New York City may start paying students for high test scores, reports the New York Times.
Across the country, educators have been experimenting with cash incentives. A program in Chelsea, Mass., gave children $25 for perfect attendance. Some Dallas schools pay children $2 for each book they read.
But the idea is controversial. Many educators maintain, among other objections, that children have to learn for the love of it, not for cash.
New York’s Mayor Bloomberg has proposed “giving cash to poor adults to encourage them to do everything from keeping their children in school to seeking preventive medical care.” He’s interested in paying students.
Economist Roland Fryer proposes paying fourth graders at least $5 and as much as $25 for scores on a standardized test that will be introduced in the fall; seventh graders could get as much as $50. Each participating school would receive $5,000. Private donors would have to provide the money.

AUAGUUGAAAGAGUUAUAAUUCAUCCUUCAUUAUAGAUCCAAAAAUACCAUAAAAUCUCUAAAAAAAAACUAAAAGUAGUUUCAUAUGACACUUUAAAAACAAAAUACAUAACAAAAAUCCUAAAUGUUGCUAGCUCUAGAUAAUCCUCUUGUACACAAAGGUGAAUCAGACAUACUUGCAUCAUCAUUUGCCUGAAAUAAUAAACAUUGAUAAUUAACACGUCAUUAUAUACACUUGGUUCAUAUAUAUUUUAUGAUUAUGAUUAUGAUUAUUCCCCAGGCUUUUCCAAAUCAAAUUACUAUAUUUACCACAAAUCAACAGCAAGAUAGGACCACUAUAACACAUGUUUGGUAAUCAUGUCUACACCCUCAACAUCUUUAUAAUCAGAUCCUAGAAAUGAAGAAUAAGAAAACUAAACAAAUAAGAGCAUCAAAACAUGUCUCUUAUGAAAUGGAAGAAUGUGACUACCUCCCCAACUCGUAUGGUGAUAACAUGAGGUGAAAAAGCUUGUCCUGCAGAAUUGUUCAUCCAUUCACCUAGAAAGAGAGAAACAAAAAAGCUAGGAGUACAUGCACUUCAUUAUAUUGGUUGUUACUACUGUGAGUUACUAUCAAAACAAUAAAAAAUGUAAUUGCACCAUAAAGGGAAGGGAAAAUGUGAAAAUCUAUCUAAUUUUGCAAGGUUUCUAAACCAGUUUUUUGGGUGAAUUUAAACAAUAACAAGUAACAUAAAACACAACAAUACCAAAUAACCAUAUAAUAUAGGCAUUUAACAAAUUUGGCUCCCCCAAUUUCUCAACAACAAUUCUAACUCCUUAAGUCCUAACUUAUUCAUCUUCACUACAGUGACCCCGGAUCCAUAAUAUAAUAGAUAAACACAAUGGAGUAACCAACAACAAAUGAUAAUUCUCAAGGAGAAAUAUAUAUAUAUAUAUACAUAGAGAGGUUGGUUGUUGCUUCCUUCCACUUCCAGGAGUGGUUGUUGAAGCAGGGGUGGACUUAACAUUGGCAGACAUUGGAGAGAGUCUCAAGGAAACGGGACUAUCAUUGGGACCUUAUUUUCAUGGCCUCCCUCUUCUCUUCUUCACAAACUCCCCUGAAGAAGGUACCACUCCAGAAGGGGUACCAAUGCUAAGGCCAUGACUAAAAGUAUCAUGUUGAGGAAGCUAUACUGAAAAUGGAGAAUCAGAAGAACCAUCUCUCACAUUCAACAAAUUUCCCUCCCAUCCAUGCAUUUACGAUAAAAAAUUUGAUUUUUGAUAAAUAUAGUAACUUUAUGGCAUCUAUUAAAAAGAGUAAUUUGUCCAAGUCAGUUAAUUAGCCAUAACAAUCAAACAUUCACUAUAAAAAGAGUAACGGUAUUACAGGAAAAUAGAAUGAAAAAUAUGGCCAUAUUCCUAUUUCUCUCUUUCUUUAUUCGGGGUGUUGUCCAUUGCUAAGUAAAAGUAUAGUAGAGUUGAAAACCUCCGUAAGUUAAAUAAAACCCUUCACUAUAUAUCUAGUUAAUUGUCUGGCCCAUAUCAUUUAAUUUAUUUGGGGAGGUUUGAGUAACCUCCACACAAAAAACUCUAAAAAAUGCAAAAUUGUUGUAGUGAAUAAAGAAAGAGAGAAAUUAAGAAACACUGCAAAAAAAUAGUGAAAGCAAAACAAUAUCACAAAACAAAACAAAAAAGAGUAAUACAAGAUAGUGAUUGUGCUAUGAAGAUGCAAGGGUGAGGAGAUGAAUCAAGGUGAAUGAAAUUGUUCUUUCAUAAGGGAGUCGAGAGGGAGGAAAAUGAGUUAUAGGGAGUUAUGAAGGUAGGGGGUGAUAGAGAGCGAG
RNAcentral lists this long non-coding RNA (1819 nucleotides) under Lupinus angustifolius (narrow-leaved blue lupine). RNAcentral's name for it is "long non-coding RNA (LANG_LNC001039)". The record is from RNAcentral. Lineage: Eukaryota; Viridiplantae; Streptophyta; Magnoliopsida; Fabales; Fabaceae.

On Critical Mass, Erin O’Connor is dubious about the idea.
It does seem to imply that building academic skills has no intrinsic value. And it’s sure to whet students’ appetite for more payments. That said, I have no problem with putting money in a scholarship fund in the name of students who earn good scores on standardized tests.
I won a gold cup for perfect attendance in fourth grade. OK, it was plastic. My teacher had won it in a dance contest at the Hotel Fontainebleu in Miami Beach. I cherished it.